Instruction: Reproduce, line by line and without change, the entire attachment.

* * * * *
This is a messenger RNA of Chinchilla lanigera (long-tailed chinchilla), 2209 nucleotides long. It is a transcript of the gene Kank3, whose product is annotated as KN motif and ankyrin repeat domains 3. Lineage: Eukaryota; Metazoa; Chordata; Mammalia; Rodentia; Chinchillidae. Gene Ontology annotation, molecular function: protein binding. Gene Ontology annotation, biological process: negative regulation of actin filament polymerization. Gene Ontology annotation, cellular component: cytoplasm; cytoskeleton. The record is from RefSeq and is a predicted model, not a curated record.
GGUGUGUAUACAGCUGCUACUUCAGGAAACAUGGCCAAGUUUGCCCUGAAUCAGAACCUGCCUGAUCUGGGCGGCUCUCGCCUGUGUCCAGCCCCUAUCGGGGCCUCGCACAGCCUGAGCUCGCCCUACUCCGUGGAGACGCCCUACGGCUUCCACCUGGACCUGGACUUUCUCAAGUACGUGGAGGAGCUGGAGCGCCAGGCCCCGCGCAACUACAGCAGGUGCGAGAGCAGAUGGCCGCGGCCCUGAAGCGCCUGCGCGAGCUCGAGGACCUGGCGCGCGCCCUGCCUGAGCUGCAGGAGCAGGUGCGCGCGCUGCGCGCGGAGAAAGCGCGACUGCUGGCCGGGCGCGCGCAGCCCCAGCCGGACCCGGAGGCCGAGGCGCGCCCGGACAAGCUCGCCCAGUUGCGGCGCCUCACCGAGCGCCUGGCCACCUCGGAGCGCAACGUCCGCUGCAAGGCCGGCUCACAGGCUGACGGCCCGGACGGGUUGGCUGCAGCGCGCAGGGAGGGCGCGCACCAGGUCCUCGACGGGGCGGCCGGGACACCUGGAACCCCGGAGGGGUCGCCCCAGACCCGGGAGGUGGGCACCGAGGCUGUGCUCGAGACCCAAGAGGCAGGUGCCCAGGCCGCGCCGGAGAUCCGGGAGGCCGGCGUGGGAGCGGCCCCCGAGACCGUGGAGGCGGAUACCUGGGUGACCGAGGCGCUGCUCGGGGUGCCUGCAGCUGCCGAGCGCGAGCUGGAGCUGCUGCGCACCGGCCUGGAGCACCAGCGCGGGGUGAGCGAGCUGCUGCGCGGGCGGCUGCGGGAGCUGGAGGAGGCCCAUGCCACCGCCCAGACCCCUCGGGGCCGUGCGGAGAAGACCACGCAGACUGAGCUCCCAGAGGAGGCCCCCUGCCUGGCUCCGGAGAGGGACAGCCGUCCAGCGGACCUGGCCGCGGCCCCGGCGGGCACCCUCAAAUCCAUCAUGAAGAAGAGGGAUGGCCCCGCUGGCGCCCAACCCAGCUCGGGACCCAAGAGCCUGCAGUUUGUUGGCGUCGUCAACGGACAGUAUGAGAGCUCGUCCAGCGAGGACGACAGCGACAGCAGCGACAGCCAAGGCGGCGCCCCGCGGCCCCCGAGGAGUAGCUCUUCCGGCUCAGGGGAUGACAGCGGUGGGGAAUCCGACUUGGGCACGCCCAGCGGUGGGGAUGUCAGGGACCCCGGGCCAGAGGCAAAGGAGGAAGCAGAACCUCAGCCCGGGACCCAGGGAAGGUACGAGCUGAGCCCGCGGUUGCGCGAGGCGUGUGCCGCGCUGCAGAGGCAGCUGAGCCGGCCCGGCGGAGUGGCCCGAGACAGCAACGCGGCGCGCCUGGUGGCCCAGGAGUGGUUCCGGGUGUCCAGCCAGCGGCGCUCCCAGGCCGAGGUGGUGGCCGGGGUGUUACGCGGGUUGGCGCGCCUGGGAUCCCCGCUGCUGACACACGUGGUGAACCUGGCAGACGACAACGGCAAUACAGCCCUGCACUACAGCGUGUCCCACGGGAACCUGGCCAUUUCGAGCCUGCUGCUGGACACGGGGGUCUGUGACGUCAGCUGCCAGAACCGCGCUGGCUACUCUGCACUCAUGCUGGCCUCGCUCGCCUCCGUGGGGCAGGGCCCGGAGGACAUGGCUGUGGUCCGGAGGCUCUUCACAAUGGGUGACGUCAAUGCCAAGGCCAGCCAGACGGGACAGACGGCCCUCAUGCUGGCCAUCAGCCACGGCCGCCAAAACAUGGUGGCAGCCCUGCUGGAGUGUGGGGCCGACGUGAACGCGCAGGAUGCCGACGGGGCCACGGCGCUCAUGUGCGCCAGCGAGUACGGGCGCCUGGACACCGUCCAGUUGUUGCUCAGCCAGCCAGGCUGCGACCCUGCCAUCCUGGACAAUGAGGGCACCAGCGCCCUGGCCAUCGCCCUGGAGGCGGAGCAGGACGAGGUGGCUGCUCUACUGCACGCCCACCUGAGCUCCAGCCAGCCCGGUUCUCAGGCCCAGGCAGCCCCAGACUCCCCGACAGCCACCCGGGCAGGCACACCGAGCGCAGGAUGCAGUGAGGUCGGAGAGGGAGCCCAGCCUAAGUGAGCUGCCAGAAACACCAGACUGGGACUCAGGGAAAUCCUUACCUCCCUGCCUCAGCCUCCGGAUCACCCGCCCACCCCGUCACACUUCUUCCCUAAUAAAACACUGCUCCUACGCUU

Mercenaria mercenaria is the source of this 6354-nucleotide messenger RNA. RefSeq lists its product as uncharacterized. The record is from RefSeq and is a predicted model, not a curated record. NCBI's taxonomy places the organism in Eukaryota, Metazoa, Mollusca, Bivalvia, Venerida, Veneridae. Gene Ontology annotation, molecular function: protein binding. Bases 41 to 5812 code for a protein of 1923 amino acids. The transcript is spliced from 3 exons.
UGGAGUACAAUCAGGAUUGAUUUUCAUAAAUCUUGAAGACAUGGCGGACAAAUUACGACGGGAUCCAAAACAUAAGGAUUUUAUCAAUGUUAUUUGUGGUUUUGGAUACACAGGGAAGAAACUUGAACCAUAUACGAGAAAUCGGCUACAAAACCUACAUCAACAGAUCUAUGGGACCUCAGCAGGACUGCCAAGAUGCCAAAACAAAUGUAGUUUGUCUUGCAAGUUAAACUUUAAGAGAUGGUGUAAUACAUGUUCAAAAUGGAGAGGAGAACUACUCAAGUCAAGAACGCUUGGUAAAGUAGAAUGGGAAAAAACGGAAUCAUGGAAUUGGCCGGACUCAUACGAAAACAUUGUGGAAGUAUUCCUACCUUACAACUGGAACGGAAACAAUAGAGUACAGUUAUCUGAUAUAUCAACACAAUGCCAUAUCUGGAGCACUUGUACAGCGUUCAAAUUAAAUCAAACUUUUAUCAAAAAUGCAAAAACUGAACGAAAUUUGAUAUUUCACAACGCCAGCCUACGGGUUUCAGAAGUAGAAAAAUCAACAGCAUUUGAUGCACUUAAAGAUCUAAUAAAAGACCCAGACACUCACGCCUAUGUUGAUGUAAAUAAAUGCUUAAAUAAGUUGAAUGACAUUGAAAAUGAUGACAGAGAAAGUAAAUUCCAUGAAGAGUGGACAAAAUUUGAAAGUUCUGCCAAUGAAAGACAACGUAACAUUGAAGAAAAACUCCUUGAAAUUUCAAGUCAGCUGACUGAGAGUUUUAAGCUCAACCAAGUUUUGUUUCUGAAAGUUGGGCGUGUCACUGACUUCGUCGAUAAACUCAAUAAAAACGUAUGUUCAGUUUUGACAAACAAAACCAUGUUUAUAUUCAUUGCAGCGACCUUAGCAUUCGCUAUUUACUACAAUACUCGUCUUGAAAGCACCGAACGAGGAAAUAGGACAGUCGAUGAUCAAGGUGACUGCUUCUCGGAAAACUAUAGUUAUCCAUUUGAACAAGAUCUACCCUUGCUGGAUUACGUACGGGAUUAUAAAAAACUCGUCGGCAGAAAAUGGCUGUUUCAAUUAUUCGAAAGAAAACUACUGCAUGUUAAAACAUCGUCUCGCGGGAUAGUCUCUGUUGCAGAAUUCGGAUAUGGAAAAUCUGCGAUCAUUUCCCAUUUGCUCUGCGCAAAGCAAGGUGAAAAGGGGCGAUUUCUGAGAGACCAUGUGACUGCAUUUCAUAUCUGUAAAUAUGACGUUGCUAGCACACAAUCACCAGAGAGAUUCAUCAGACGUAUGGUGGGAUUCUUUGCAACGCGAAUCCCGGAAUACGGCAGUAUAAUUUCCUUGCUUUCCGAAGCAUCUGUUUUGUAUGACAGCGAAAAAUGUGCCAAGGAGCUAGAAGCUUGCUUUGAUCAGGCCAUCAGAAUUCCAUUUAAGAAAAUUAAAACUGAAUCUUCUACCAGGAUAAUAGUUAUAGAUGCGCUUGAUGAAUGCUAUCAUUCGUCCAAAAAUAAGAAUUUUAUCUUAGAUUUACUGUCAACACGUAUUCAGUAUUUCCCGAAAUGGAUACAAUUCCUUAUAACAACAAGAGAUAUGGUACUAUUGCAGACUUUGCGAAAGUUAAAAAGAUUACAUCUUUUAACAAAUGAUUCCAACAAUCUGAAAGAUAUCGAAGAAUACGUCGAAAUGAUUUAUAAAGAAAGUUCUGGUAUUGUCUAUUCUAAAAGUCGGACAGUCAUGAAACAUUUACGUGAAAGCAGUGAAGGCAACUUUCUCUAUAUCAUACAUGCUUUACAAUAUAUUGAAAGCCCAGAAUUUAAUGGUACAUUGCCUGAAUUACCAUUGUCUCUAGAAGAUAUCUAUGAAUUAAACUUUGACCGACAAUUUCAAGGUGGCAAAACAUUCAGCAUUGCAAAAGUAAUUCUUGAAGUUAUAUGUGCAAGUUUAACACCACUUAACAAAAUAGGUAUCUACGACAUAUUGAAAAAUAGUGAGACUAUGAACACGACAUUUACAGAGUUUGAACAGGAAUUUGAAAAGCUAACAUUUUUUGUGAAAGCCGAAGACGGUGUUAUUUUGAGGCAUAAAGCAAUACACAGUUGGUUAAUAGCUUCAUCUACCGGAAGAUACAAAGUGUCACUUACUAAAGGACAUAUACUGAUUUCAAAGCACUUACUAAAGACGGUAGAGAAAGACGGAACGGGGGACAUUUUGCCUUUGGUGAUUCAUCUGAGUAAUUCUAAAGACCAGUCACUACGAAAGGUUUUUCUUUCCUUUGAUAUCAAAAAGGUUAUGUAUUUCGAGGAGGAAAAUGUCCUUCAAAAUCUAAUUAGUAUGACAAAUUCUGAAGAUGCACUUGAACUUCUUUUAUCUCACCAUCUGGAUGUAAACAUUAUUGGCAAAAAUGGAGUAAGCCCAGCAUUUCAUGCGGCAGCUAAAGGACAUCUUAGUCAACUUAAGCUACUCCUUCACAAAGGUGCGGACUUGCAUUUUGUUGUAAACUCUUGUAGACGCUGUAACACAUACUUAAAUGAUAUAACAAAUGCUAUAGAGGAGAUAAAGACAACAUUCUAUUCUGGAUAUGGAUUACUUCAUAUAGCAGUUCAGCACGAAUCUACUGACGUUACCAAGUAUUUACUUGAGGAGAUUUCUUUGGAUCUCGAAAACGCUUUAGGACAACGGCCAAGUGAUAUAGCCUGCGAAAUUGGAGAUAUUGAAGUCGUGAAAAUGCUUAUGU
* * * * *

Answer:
This is a messenger RNA of Chinchilla lanigera (long-tailed chinchilla), 2209 nucleotides long. It is a transcript of the gene Kank3, whose product is annotated as KN motif and ankyrin repeat domains 3. Lineage: Eukaryota; Metazoa; Chordata; Mammalia; Rodentia; Chinchillidae. Gene Ontology annotation, molecular function: protein binding. Gene Ontology annotation, biological process: negative regulation of actin filament polymerization. Gene Ontology annotation, cellular component: cytoplasm; cytoskeleton. The record is from RefSeq and is a predicted model, not a curated record.
GGUGUGUAUACAGCUGCUACUUCAGGAAACAUGGCCAAGUUUGCCCUGAAUCAGAACCUGCCUGAUCUGGGCGGCUCUCGCCUGUGUCCAGCCCCUAUCGGGGCCUCGCACAGCCUGAGCUCGCCCUACUCCGUGGAGACGCCCUACGGCUUCCACCUGGACCUGGACUUUCUCAAGUACGUGGAGGAGCUGGAGCGCCAGGCCCCGCGCAACUACAGCAGGUGCGAGAGCAGAUGGCCGCGGCCCUGAAGCGCCUGCGCGAGCUCGAGGACCUGGCGCGCGCCCUGCCUGAGCUGCAGGAGCAGGUGCGCGCGCUGCGCGCGGAGAAAGCGCGACUGCUGGCCGGGCGCGCGCAGCCCCAGCCGGACCCGGAGGCCGAGGCGCGCCCGGACAAGCUCGCCCAGUUGCGGCGCCUCACCGAGCGCCUGGCCACCUCGGAGCGCAACGUCCGCUGCAAGGCCGGCUCACAGGCUGACGGCCCGGACGGGUUGGCUGCAGCGCGCAGGGAGGGCGCGCACCAGGUCCUCGACGGGGCGGCCGGGACACCUGGAACCCCGGAGGGGUCGCCCCAGACCCGGGAGGUGGGCACCGAGGCUGUGCUCGAGACCCAAGAGGCAGGUGCCCAGGCCGCGCCGGAGAUCCGGGAGGCCGGCGUGGGAGCGGCCCCCGAGACCGUGGAGGCGGAUACCUGGGUGACCGAGGCGCUGCUCGGGGUGCCUGCAGCUGCCGAGCGCGAGCUGGAGCUGCUGCGCACCGGCCUGGAGCACCAGCGCGGGGUGAGCGAGCUGCUGCGCGGGCGGCUGCGGGAGCUGGAGGAGGCCCAUGCCACCGCCCAGACCCCUCGGGGCCGUGCGGAGAAGACCACGCAGACUGAGCUCCCAGAGGAGGCCCCCUGCCUGGCUCCGGAGAGGGACAGCCGUCCAGCGGACCUGGCCGCGGCCCCGGCGGGCACCCUCAAAUCCAUCAUGAAGAAGAGGGAUGGCCCCGCUGGCGCCCAACCCAGCUCGGGACCCAAGAGCCUGCAGUUUGUUGGCGUCGUCAACGGACAGUAUGAGAGCUCGUCCAGCGAGGACGACAGCGACAGCAGCGACAGCCAAGGCGGCGCCCCGCGGCCCCCGAGGAGUAGCUCUUCCGGCUCAGGGGAUGACAGCGGUGGGGAAUCCGACUUGGGCACGCCCAGCGGUGGGGAUGUCAGGGACCCCGGGCCAGAGGCAAAGGAGGAAGCAGAACCUCAGCCCGGGACCCAGGGAAGGUACGAGCUGAGCCCGCGGUUGCGCGAGGCGUGUGCCGCGCUGCAGAGGCAGCUGAGCCGGCCCGGCGGAGUGGCCCGAGACAGCAACGCGGCGCGCCUGGUGGCCCAGGAGUGGUUCCGGGUGUCCAGCCAGCGGCGCUCCCAGGCCGAGGUGGUGGCCGGGGUGUUACGCGGGUUGGCGCGCCUGGGAUCCCCGCUGCUGACACACGUGGUGAACCUGGCAGACGACAACGGCAAUACAGCCCUGCACUACAGCGUGUCCCACGGGAACCUGGCCAUUUCGAGCCUGCUGCUGGACACGGGGGUCUGUGACGUCAGCUGCCAGAACCGCGCUGGCUACUCUGCACUCAUGCUGGCCUCGCUCGCCUCCGUGGGGCAGGGCCCGGAGGACAUGGCUGUGGUCCGGAGGCUCUUCACAAUGGGUGACGUCAAUGCCAAGGCCAGCCAGACGGGACAGACGGCCCUCAUGCUGGCCAUCAGCCACGGCCGCCAAAACAUGGUGGCAGCCCUGCUGGAGUGUGGGGCCGACGUGAACGCGCAGGAUGCCGACGGGGCCACGGCGCUCAUGUGCGCCAGCGAGUACGGGCGCCUGGACACCGUCCAGUUGUUGCUCAGCCAGCCAGGCUGCGACCCUGCCAUCCUGGACAAUGAGGGCACCAGCGCCCUGGCCAUCGCCCUGGAGGCGGAGCAGGACGAGGUGGCUGCUCUACUGCACGCCCACCUGAGCUCCAGCCAGCCCGGUUCUCAGGCCCAGGCAGCCCCAGACUCCCCGACAGCCACCCGGGCAGGCACACCGAGCGCAGGAUGCAGUGAGGUCGGAGAGGGAGCCCAGCCUAAGUGAGCUGCCAGAAACACCAGACUGGGACUCAGGGAAAUCCUUACCUCCCUGCCUCAGCCUCCGGAUCACCCGCCCACCCCGUCACACUUCUUCCCUAAUAAAACACUGCUCCUACGCUU

Mercenaria mercenaria is the source of this 6354-nucleotide messenger RNA. RefSeq lists its product as uncharacterized. The record is from RefSeq and is a predicted model, not a curated record. NCBI's taxonomy places the organism in Eukaryota, Metazoa, Mollusca, Bivalvia, Venerida, Veneridae. Gene Ontology annotation, molecular function: protein binding. Bases 41 to 5812 code for a protein of 1923 amino acids. The transcript is spliced from 3 exons.
UGGAGUACAAUCAGGAUUGAUUUUCAUAAAUCUUGAAGACAUGGCGGACAAAUUACGACGGGAUCCAAAACAUAAGGAUUUUAUCAAUGUUAUUUGUGGUUUUGGAUACACAGGGAAGAAACUUGAACCAUAUACGAGAAAUCGGCUACAAAACCUACAUCAACAGAUCUAUGGGACCUCAGCAGGACUGCCAAGAUGCCAAAACAAAUGUAGUUUGUCUUGCAAGUUAAACUUUAAGAGAUGGUGUAAUACAUGUUCAAAAUGGAGAGGAGAACUACUCAAGUCAAGAACGCUUGGUAAAGUAGAAUGGGAAAAAACGGAAUCAUGGAAUUGGCCGGACUCAUACGAAAACAUUGUGGAAGUAUUCCUACCUUACAACUGGAACGGAAACAAUAGAGUACAGUUAUCUGAUAUAUCAACACAAUGCCAUAUCUGGAGCACUUGUACAGCGUUCAAAUUAAAUCAAACUUUUAUCAAAAAUGCAAAAACUGAACGAAAUUUGAUAUUUCACAACGCCAGCCUACGGGUUUCAGAAGUAGAAAAAUCAACAGCAUUUGAUGCACUUAAAGAUCUAAUAAAAGACCCAGACACUCACGCCUAUGUUGAUGUAAAUAAAUGCUUAAAUAAGUUGAAUGACAUUGAAAAUGAUGACAGAGAAAGUAAAUUCCAUGAAGAGUGGACAAAAUUUGAAAGUUCUGCCAAUGAAAGACAACGUAACAUUGAAGAAAAACUCCUUGAAAUUUCAAGUCAGCUGACUGAGAGUUUUAAGCUCAACCAAGUUUUGUUUCUGAAAGUUGGGCGUGUCACUGACUUCGUCGAUAAACUCAAUAAAAACGUAUGUUCAGUUUUGACAAACAAAACCAUGUUUAUAUUCAUUGCAGCGACCUUAGCAUUCGCUAUUUACUACAAUACUCGUCUUGAAAGCACCGAACGAGGAAAUAGGACAGUCGAUGAUCAAGGUGACUGCUUCUCGGAAAACUAUAGUUAUCCAUUUGAACAAGAUCUACCCUUGCUGGAUUACGUACGGGAUUAUAAAAAACUCGUCGGCAGAAAAUGGCUGUUUCAAUUAUUCGAAAGAAAACUACUGCAUGUUAAAACAUCGUCUCGCGGGAUAGUCUCUGUUGCAGAAUUCGGAUAUGGAAAAUCUGCGAUCAUUUCCCAUUUGCUCUGCGCAAAGCAAGGUGAAAAGGGGCGAUUUCUGAGAGACCAUGUGACUGCAUUUCAUAUCUGUAAAUAUGACGUUGCUAGCACACAAUCACCAGAGAGAUUCAUCAGACGUAUGGUGGGAUUCUUUGCAACGCGAAUCCCGGAAUACGGCAGUAUAAUUUCCUUGCUUUCCGAAGCAUCUGUUUUGUAUGACAGCGAAAAAUGUGCCAAGGAGCUAGAAGCUUGCUUUGAUCAGGCCAUCAGAAUUCCAUUUAAGAAAAUUAAAACUGAAUCUUCUACCAGGAUAAUAGUUAUAGAUGCGCUUGAUGAAUGCUAUCAUUCGUCCAAAAAUAAGAAUUUUAUCUUAGAUUUACUGUCAACACGUAUUCAGUAUUUCCCGAAAUGGAUACAAUUCCUUAUAACAACAAGAGAUAUGGUACUAUUGCAGACUUUGCGAAAGUUAAAAAGAUUACAUCUUUUAACAAAUGAUUCCAACAAUCUGAAAGAUAUCGAAGAAUACGUCGAAAUGAUUUAUAAAGAAAGUUCUGGUAUUGUCUAUUCUAAAAGUCGGACAGUCAUGAAACAUUUACGUGAAAGCAGUGAAGGCAACUUUCUCUAUAUCAUACAUGCUUUACAAUAUAUUGAAAGCCCAGAAUUUAAUGGUACAUUGCCUGAAUUACCAUUGUCUCUAGAAGAUAUCUAUGAAUUAAACUUUGACCGACAAUUUCAAGGUGGCAAAACAUUCAGCAUUGCAAAAGUAAUUCUUGAAGUUAUAUGUGCAAGUUUAACACCACUUAACAAAAUAGGUAUCUACGACAUAUUGAAAAAUAGUGAGACUAUGAACACGACAUUUACAGAGUUUGAACAGGAAUUUGAAAAGCUAACAUUUUUUGUGAAAGCCGAAGACGGUGUUAUUUUGAGGCAUAAAGCAAUACACAGUUGGUUAAUAGCUUCAUCUACCGGAAGAUACAAAGUGUCACUUACUAAAGGACAUAUACUGAUUUCAAAGCACUUACUAAAGACGGUAGAGAAAGACGGAACGGGGGACAUUUUGCCUUUGGUGAUUCAUCUGAGUAAUUCUAAAGACCAGUCACUACGAAAGGUUUUUCUUUCCUUUGAUAUCAAAAAGGUUAUGUAUUUCGAGGAGGAAAAUGUCCUUCAAAAUCUAAUUAGUAUGACAAAUUCUGAAGAUGCACUUGAACUUCUUUUAUCUCACCAUCUGGAUGUAAACAUUAUUGGCAAAAAUGGAGUAAGCCCAGCAUUUCAUGCGGCAGCUAAAGGACAUCUUAGUCAACUUAAGCUACUCCUUCACAAAGGUGCGGACUUGCAUUUUGUUGUAAACUCUUGUAGACGCUGUAACACAUACUUAAAUGAUAUAACAAAUGCUAUAGAGGAGAUAAAGACAACAUUCUAUUCUGGAUAUGGAUUACUUCAUAUAGCAGUUCAGCACGAAUCUACUGACGUUACCAAGUAUUUACUUGAGGAGAUUUCUUUGGAUCUCGAAAACGCUUUAGGACAACGGCCAAGUGAUAUAGCCUGCGAAAUUGGAGAUAUUGAAGUCGUGAAAAUGCUUAUGU